How to properly clean and restore paint brushes

As any decorator will tell you to keep your paintbrushes in the best possible condition and keep them performing at their best they need to be properly cleaned after every job. In this blog, we’ll take a look at the best ways to clean your brushes and also give you some tips on how to make your brushes easier to clean.

Have the right solutions to hand

While most paintbrush cleaning is carried out in a similar way, different paints require slightly different chemicals and solutions to remove them from the brush. As a rough guide here are the best solutions to use with each type of paint, but always check the cleaning advice on the paint label as well.

Cellulose – Amyl acetate from the chemist is a great and cheap option for removing cellulose paint.

Varnish – Use methylated spirits for removing varnish

Rubber – Rubber-based paints can be removed using petrol

Polyurethane – Paraffin or white spirit will remove polyurethane paint

Oil-based paint – White spirit and paraffin

Water-based emulsion – Nothing more than water and a little washing-up liquid.

Wrap brushes in clingfilm during breaks

If you are taking a break from painting, then make sure you wrap your brushes in clingfilm to stop air from drying out the bristles. This can also be used to keep brushes fresh overnight helping to minimise the amount of cleaning that you need to do. If you will be leaving brushes for a longer period of time, then you really do need to clean them properly to stop them from drying out.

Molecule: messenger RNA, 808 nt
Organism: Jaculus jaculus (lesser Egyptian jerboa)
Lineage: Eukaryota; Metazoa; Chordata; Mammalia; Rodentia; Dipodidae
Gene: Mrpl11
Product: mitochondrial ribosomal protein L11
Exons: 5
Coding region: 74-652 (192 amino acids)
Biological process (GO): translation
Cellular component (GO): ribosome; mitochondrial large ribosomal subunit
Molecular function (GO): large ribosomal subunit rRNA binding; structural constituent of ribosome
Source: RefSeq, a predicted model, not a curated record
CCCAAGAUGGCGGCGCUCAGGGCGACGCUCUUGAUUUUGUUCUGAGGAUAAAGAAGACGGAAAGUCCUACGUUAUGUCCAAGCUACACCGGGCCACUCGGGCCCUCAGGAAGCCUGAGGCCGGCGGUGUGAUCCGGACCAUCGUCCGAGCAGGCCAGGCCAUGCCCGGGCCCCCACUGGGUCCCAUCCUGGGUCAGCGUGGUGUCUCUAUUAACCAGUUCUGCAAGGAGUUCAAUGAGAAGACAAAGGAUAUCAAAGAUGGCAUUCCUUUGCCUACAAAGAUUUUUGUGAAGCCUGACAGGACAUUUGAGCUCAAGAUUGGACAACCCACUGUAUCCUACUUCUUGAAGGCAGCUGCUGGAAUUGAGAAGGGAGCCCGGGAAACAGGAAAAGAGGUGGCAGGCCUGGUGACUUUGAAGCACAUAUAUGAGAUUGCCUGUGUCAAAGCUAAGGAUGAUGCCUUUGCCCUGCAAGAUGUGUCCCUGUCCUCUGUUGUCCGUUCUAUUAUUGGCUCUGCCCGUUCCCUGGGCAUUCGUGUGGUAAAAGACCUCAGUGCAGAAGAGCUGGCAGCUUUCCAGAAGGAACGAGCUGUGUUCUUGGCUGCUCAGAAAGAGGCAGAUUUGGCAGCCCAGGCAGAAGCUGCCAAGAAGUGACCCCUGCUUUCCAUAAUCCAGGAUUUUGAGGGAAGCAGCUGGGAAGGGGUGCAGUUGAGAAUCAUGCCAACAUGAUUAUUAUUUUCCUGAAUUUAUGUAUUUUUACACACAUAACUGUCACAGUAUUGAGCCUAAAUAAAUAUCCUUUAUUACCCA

Clean as much paint off the bristles as possible

It might sound obvious but the more paint that you can remove from your paintbrush prior to cleaning the easier your job will be. This is easiest achieved immediately after painting as the bristles will be at their most pliable. Use old newspaper and a painter’s rag to clean as much paint as you can before moving to the next step.

All non-water based paints

As you will be working with chemicals and solutions you will want to keep your hands properly protected so put on some common household rubber gloves. Depending on what paint you have been using add a small amount of the solution to the bottom of a paint kettle and work into the bristles with your gloved hands. After removing from the solution clean using a painter’s rag and old newspaper. Repeat this process with clean solution until it remains fairly clear at which point you can rinse out your brush.

Rinse out your brush

Once you are happy that you have removed as much paint as possible you will want to wash them using hot soapy water to remove any remaining paint. You can then rinse your brushes out under a warm tap until the water runs clear.

Dry and store

When you’re satisfied that your brush is clean shake out as much of the water as possible and using a clean rag and newspaper dry the bristles as much as possible. Wrap the brush in five or six sheets of newspaper keeping it in its natural shape and hold in place with a rubber band. If your brush has a hole in the handle, then pass some string through this to hang it up to dry.